NORWALK, Conn. — Stew Leonard's here has introduced its first “Naked” deli meat — turkey — shortly after adding Naked pork to its successful line of fresh meats that are free of hormones, antibiotics and preservatives.
Naked pork was added last month to the company's fresh meat lineup as customers have increasingly embraced other Naked-branded items, officials said. One source told SN that customers say they appreciate being able buy such products.
“Stew Leonard's created the Naked brand — a line of all-natural meat, chicken, salmon, and now pork, that has never been treated with antibiotics, and has no added hormones or preservatives — in response to customers wanting an affordable option to organic meats,” said Andrew Colton, vice president of purchasing for Stew Leonard's.
Naked pork is available at Stew's in boneless center-cut pork chops, bone-in center-cut pork chops, and pork tenderloin.
Like the other products in the Naked line, Naked pork is process-verified, so it can be traced back to the farm where it was raised. The pork comes from Duroc hogs raised on family farms in North Carolina.
The continued success of Naked beef and Naked chicken has spurred the four-unit independent to continue to search out and add products that qualify to carry the Naked brand.
This spring, just in time for the grilling season, the company added Naked salmon, a product that's “antibiotic-free and chemical-free but costs less than half what you would pay for wild Alaskan salmon,” Stew Leonard, Jr., said in a statement at that time.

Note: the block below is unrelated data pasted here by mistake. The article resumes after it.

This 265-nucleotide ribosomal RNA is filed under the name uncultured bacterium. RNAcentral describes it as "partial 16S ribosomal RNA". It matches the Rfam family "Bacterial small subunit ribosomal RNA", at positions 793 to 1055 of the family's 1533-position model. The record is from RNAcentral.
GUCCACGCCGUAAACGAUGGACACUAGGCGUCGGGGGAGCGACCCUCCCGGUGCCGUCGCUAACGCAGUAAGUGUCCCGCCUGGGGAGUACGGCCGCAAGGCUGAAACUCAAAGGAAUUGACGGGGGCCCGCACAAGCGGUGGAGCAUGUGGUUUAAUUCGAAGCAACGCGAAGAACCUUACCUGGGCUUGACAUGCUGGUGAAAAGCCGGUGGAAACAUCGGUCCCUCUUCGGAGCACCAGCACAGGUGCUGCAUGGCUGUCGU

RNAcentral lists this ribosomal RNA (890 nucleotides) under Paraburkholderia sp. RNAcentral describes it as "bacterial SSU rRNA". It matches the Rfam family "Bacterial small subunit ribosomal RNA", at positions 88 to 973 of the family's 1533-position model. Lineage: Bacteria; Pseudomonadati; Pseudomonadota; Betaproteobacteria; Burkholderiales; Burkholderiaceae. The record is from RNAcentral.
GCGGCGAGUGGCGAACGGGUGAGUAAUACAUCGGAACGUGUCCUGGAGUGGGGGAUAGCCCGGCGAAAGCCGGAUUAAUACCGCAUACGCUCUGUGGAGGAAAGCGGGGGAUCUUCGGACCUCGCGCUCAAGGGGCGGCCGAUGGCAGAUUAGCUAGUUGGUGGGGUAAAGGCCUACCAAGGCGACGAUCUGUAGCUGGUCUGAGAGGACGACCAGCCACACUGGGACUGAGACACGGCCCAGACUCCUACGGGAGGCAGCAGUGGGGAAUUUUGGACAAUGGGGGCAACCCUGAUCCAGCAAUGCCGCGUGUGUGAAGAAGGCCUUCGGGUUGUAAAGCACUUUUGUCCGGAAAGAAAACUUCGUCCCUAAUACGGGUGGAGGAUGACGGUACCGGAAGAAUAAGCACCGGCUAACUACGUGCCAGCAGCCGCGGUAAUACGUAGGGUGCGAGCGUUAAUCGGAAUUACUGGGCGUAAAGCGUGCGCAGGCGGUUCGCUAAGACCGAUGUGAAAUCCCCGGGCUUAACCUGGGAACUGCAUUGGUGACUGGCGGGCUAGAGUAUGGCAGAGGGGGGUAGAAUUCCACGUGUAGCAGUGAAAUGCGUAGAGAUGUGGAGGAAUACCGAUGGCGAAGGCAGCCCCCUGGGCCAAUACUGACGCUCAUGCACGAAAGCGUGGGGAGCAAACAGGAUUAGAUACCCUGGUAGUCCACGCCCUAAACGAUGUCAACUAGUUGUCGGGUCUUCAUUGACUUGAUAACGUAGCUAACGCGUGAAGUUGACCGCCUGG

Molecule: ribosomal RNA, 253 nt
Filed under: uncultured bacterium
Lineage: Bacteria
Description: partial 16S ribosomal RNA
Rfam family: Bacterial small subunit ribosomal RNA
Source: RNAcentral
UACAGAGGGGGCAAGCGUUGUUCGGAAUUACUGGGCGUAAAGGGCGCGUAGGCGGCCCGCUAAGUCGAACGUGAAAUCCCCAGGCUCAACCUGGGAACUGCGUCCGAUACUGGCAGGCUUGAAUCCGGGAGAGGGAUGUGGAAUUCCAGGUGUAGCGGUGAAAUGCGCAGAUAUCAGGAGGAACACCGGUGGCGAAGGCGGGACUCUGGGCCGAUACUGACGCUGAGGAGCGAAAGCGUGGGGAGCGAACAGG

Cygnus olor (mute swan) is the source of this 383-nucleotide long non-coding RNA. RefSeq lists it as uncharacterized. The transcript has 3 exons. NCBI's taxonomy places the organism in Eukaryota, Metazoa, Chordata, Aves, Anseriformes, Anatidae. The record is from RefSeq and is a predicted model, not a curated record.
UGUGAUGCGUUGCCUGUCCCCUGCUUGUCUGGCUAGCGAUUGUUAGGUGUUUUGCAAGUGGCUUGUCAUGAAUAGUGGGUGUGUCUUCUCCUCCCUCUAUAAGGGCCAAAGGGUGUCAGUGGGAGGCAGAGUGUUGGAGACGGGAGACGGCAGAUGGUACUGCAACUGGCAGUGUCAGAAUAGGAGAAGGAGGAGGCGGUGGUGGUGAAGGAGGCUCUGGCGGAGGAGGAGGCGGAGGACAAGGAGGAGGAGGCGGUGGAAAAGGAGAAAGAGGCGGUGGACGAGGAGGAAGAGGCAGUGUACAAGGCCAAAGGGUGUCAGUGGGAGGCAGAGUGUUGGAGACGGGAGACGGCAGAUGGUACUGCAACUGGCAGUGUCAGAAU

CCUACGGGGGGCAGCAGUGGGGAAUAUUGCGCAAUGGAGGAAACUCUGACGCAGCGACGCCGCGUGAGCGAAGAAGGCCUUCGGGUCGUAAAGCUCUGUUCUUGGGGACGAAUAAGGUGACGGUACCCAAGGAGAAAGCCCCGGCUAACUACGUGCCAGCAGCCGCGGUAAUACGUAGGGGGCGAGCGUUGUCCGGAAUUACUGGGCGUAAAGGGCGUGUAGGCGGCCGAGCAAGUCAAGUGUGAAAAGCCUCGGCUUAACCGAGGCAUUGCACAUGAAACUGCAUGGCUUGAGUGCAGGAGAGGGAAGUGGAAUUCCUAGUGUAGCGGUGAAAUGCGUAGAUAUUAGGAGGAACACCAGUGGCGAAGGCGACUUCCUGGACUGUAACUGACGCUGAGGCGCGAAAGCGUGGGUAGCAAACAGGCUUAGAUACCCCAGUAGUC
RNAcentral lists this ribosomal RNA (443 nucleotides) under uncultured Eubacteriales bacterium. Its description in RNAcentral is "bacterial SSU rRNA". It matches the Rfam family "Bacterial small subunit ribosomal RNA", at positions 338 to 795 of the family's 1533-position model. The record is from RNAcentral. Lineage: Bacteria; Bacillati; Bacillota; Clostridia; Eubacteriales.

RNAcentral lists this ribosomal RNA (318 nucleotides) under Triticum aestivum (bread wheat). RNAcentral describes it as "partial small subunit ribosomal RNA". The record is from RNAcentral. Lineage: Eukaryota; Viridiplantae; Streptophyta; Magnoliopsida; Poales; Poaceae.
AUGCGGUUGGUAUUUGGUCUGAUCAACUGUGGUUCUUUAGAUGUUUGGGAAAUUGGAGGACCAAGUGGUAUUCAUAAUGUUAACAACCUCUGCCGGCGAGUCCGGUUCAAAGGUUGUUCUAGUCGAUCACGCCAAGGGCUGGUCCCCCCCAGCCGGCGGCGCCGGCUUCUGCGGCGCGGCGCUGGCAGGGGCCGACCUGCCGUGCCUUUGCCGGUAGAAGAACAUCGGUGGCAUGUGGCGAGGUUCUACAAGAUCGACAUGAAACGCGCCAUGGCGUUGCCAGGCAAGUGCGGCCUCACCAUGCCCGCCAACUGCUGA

“Our Naked salmon are raised on a farm in the waters off northern Scotland that practices environmentally sound techniques and are fed a diet that emulates what is found in the wild, providing a rich omega-3 fat content.”
Stew Leonard's created the Naked brand with its introduction of Naked chicken two years ago. The chickens, raised on family farms in Pennsylvania's Amish country, are fed a vegetarian diet of corn and soybeans.
Next to get Naked was beef. Naked Black Angus got a flamboyant send-off last Labor Day weekend at all four Stew Leonard's stores. The ranchers themselves, in attention-getting cowboy attire, grilled strip steaks and offered tastes to customers as they entered the store.
“We talked to customers about the naturalness of the Naked Angus steaks,” John Butler, chief executive officer, Beef Marketing Group, a Great Bend, Kan.-based cooperative that represents the cattlemen, told SN earlier.
Since that day last September, beef sales overall at Stew Leonard's have risen by double digits, officials said. The company worked closely with Beef Marketing Group to develop the line.